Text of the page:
It Is Not Just In Your Head

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It is a fairly common joke that people make, asking about the voices in your head. While this joke is usually geared towards ideas of mental illness, the truth is that we all have voices in our heads. We have that little nagging voice telling us not to eat a second piece of cake, not to reach into a fire, or even to rephrase a statement than we just heard in our heads (which may have gotten us into trouble if we’d said it out loud!). Whether you call this your gut instinct, the angel on your shoulder or your conscience, this little voice sits among others that may be living in your head as well. The voices that may not be as nice or helpful. The ones that truly bring you down.

We have all been through “things” in life. We have all had struggles and arguments, unhappiness and tragic moments. We have had people in our lives who may have meant well, but had a “way” about them, and likely others that actually never meant well. They are part of our history and many times, our present. And whether their intentions were good or not, the people in our lives leave marks on us. Sometimes these marks are full of candy canes and rainbows, and other times they are a little greasier, a little grittier. Sometimes the marks are so deep that they leave scars – but the collective is what makes us who we are.

Now, take a moment to let yourself get inside of your head. Whose voice do you hear? Is it yours? Is it your mother or your father? A babysitter? A teacher? A bully? Many of us will have those nagging voices that hurt us every time we hear them. Maybe your voice is saying that you’re not good enough, that you’re not special. Maybe your voice is saying that you should have done something differently and now you’ll never get it right. Maybe your voice isn’t clear enough for words, but the feelings are ringing loud and clear. We all have them, and it is okay to admit it – whether that admission be only to yourself or someone else. Knowing that you have a negative voice inside is the first step to moving through it.

Let’s be clear: the saying “Sticks and stones may break my bones, but words can never hurt me” is garbage. It is not true. Often times, the words are what hurt the most. A bully may never lay a hand on you, but choose to cyber stalk you or spread rumors. Words are typically more painful because once they are out there and move into your consciousness, you add them to your internal dialogue. We decide, “They’re right” or “I’m only 95% sure that they’re wrong” and it’s something we mull over and torture ourselves over for the rest of our lives. Until we decide to do something about it. Until we’ve had enough.

For those of us who defend some of the negative voices, listen up. Just because the person said it without ill intention does not mean that it was okay to say. If someone tells you that you aren’t special in order to calm your confidence, that is not okay. If their message is not constructive, but plain hurtful, that is not okay. You did not deserve to be hurt and that is not your fault. Help to take their power away by acknowledging that to yourself. You didn’t deserve to be hurt and despite how much you may love this person, it is and was not okay.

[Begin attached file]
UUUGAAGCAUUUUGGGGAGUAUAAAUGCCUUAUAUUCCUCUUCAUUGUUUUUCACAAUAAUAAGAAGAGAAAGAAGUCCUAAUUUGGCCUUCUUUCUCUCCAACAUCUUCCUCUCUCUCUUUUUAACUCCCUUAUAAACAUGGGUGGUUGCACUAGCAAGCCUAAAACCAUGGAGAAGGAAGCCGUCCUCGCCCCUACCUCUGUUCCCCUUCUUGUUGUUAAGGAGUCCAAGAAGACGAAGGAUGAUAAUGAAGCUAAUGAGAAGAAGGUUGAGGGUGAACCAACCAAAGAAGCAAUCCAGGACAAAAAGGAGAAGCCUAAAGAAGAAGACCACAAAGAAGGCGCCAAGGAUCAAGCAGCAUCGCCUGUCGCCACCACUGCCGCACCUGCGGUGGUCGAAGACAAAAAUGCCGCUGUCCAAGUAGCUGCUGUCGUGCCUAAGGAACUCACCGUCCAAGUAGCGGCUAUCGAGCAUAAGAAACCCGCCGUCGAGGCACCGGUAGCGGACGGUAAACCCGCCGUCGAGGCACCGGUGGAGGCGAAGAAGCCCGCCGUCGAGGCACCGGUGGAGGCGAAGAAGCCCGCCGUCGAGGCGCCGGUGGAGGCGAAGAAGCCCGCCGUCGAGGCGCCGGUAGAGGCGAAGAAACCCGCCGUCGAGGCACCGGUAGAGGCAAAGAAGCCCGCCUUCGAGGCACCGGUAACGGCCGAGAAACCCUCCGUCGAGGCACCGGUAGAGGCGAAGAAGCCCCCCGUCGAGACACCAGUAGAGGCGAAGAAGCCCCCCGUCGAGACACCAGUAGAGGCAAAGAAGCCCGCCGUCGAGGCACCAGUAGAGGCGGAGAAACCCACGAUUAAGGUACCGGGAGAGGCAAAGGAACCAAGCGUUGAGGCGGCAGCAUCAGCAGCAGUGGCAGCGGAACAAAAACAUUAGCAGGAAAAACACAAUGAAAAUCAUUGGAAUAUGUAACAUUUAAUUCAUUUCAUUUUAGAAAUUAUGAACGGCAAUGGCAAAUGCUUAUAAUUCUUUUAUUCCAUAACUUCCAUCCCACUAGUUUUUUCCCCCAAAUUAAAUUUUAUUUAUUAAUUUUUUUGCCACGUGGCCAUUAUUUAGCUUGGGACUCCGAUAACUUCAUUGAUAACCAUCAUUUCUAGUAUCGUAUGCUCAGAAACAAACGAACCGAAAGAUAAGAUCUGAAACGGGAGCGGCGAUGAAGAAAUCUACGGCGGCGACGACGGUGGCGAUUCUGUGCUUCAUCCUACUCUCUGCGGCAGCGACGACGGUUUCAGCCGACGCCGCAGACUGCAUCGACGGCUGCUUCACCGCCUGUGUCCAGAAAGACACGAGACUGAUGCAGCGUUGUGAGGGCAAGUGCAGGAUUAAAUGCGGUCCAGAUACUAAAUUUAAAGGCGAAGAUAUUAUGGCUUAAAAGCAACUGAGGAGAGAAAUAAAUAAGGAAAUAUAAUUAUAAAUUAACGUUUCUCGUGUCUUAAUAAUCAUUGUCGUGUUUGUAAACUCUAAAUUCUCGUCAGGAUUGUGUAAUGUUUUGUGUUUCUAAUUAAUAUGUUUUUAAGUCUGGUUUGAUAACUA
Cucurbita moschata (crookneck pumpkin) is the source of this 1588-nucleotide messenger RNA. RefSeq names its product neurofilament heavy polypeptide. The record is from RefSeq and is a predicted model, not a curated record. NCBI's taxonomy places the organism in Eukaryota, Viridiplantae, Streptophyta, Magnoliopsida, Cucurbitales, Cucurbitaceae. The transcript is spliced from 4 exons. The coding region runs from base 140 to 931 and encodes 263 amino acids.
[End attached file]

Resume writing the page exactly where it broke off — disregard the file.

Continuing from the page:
So, what do we do? These voices invade our minds and only go away for short spurts of time. Or maybe they are as loud as your conscience and just as present. Either way, we can’t just let them live like that. We don’t deserve to live like that. The next step that we can take toward getting rid of these thoughts is to acknowledge that the person who first said them is no longer saying them. You are. It may be your grandmother’s voice that you hear, but you are the one in your head. You are the one in charge of the audio and you have the power to turn it off.

Do you say affirmations? If you do, this is the time to bring them out. When we have voices in our head that are combatting our confidence, we can fight back. If the voice is saying that you’ll never do anything right, repeat to yourself, “I am confident, I am kind, and I am capable” – or whatever words feel right to you. Create a mantra for yourself, or even for each voice that you have cutting you down. If you hear yourself saying that you’re a terrible friend try, “I am generous, I am a good listener, and I am available.” These affirmations are about you and your truth, so make sure to use words that truly describe who you are, and not who you are according to the voice. They should be about who you are according to the truth.

The voices in our head are real. Although they have a different definition from those within the mental health community, they are there and they are slowly consuming our confidence. Don’t let them be in charge. Take the power back from that bully, that family member, that teacher. Don’t let them win. You can have great things ahead of you, just make sure that these voices – every single one of them – know it.

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